Monkey see, monkey do
These industry players have reaped hefty returns from their investments in industries, sectors and/or companies. For those wanting to emulate those returns, copying their choices seems to be the way to go.
However, it’s important to keep in mind the risks involved in this strategy. When an investment or trade goes against them, they are financially strong enough to absorb the losses. The everyday retail, or individual investor, may not be so financially strong.
The idea of using the investment strategies of hedge fund managers has been tried and proven to be effective for many. You may not have the funds to enter certain positions as these billionaire players, but you can put your money to work based on their leads.
Here, we’ll go over some of the things individuals should keep in mind if they decide to invest based on the moves of hedge fund managers. This includes the popular ones, David Einhorn, Bill Ackman, and Carl Icahn. And while he is not a hedge fund manager, Warren Buffet, also ranks high on the list of players whose investments are most often mimicked.
We’ll also note how our goKINFO.com platform can provide leads on how hedge fund managers are investing.
What to look out for
Hedge fund managers do not always get it right. After all, they are humans, not robots. There are times when their own personal sentiments may seep into their decisions to buy or sell a stock.
A classic and perfect example of hedge fund managers making troublesome choices stems from Bill Ackman of Pershing Square. In 2012, he began shorting diet and nutrition company Herbalife. He did so to the tune of $1 billion. Essentially, Ackman was convinced that the company would go out of a business after being found to be a pyramid scheme by federal regulators. If that happened, his returns would be phenomenal. The key word here is “if.”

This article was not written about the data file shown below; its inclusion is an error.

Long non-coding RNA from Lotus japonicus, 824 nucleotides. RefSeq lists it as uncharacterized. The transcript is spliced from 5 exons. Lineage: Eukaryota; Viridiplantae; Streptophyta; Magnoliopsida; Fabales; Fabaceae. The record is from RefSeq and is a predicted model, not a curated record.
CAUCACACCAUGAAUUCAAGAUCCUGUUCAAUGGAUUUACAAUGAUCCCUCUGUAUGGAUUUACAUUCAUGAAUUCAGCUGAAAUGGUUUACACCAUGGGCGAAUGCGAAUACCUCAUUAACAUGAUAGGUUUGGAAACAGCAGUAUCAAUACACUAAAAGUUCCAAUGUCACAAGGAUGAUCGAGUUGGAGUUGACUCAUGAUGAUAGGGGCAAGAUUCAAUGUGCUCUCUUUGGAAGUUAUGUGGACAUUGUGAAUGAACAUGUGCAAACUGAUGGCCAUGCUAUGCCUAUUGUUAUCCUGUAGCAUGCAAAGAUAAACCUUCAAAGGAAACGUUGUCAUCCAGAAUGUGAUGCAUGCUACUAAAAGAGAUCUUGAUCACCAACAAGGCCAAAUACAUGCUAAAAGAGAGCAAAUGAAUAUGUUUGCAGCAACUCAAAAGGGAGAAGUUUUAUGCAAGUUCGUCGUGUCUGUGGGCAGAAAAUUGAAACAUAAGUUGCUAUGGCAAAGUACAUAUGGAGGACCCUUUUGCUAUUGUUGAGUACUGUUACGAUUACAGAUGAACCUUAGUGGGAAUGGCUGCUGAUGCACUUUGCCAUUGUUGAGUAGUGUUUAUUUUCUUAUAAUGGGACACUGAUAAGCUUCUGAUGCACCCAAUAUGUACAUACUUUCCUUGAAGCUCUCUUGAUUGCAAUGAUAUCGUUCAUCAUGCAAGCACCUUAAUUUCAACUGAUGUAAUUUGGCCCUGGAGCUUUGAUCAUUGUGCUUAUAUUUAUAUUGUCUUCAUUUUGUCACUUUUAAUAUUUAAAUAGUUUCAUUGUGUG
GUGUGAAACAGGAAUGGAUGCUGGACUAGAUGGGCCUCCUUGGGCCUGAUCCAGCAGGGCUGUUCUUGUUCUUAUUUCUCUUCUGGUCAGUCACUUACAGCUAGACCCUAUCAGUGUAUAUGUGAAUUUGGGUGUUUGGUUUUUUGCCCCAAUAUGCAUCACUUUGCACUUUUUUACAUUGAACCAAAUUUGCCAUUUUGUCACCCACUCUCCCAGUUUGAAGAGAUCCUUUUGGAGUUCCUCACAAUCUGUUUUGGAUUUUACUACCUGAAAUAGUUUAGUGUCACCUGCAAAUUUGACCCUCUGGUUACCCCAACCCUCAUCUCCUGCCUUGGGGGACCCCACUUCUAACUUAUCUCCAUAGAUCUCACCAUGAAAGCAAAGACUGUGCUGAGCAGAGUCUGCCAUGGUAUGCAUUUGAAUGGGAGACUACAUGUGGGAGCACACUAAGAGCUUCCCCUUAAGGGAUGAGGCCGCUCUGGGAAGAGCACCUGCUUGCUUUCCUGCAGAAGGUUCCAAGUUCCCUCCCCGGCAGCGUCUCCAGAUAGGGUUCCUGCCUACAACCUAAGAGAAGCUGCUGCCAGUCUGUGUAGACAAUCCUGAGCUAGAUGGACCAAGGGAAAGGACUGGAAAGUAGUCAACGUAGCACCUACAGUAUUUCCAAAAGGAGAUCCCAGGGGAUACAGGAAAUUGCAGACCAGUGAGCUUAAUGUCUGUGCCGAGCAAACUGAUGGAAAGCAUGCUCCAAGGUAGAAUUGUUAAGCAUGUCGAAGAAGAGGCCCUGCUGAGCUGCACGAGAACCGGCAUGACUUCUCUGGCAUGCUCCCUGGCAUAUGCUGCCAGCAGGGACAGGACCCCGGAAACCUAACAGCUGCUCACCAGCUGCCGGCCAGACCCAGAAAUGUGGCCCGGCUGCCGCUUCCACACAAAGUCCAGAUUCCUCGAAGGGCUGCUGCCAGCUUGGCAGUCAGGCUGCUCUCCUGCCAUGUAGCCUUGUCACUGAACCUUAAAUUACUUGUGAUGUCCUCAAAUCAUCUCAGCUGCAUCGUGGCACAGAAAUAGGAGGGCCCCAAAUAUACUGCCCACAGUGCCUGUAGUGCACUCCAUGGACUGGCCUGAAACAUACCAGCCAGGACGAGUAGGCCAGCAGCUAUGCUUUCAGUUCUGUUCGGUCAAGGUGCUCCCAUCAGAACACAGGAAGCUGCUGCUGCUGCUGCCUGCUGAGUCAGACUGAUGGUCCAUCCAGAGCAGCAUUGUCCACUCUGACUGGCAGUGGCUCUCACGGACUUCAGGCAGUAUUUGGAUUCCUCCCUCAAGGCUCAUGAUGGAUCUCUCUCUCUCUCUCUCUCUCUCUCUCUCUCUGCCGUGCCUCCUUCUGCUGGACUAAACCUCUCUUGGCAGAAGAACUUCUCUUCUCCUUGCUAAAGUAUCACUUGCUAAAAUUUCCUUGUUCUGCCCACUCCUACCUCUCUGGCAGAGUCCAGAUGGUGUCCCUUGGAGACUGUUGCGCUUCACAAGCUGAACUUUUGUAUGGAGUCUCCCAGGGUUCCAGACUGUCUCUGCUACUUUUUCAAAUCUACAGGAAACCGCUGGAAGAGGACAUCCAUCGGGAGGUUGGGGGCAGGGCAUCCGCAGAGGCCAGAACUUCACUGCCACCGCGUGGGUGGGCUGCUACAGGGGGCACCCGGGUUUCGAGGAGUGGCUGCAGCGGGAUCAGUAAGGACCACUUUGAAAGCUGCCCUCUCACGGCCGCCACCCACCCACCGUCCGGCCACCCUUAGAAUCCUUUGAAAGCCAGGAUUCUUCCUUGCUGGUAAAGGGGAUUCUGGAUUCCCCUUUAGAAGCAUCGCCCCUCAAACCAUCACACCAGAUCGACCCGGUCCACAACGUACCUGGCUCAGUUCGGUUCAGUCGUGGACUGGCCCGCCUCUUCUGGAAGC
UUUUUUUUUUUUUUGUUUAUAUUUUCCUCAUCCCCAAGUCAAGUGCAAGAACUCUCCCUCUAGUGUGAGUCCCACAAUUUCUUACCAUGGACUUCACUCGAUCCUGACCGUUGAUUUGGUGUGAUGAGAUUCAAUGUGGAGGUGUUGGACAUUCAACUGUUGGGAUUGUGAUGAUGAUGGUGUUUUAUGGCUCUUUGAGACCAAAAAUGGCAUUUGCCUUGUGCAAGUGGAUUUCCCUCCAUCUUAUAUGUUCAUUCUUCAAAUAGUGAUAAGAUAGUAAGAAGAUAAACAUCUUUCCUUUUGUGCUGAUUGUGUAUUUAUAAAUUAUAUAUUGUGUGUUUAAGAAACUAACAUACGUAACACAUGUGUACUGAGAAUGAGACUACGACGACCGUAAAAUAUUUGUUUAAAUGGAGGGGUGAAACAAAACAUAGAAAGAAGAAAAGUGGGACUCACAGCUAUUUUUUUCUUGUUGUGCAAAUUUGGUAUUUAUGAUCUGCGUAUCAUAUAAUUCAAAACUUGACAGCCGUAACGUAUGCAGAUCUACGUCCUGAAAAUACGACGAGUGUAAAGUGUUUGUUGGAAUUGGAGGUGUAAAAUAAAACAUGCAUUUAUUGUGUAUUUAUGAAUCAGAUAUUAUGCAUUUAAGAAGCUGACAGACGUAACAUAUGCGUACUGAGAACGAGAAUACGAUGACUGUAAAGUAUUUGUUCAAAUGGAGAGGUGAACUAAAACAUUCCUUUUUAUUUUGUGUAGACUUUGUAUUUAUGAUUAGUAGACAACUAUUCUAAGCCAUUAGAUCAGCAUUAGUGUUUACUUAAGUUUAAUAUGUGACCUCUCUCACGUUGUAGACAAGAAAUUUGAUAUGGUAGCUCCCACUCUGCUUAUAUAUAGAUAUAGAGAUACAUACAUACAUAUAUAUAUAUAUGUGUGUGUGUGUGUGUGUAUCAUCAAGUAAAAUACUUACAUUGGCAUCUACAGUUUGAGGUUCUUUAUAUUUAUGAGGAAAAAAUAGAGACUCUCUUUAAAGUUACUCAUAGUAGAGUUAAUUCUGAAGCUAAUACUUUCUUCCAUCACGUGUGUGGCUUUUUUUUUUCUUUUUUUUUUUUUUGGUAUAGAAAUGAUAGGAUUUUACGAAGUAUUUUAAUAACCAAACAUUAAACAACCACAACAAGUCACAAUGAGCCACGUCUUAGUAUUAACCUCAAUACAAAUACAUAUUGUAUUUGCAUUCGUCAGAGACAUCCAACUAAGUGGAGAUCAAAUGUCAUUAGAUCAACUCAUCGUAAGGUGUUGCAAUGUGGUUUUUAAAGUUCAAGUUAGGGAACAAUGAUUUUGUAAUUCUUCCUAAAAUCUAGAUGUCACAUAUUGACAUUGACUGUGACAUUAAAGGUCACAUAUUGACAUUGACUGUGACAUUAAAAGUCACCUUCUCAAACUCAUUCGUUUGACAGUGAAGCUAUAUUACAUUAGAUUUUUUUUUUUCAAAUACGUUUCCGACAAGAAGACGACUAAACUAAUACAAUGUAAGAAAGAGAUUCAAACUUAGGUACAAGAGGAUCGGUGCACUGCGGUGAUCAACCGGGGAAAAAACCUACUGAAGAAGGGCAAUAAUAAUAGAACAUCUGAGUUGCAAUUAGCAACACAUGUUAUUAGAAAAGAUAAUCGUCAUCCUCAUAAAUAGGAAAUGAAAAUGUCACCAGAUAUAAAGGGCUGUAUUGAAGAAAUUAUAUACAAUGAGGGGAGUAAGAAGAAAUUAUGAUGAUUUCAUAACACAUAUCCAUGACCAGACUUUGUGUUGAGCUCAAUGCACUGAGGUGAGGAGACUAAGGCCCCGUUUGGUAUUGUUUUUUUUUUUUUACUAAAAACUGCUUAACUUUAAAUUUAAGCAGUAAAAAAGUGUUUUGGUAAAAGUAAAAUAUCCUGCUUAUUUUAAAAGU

Investors who followed Ackman’s lead and sold out of their positions in Herbalife saw much of the gains they had made evaporate. That was due to several reasons, including the company not being found to be a pyramid scheme, the company’s solid revenue gains, and another key hedge fund player going against Ackman’s stance by increasing his stake in the company.
These factors caused the company’s stock to rise, not fall like Ackman had predicted. In fact, since Ackman announced he was betting against Herbalife back in 2012, the stock has soared by more than 124%. For the investors who sold back then based on Ackman’s move, there is likely much regret.
This brings us to stressing the importance of you doing your own research before you dive into, or out of, a stock. In this Herbalife case, a red flag was raised when Carl Icahn, founder of Icahn Enterprises, increased his shares in Herbalife. Just as sophisticated as Ackman, Icahn disagreed largely with Ackman’s strategy for Herbalife. Investors who followed Icahn’s lead reaped the returns from that 124% price rise.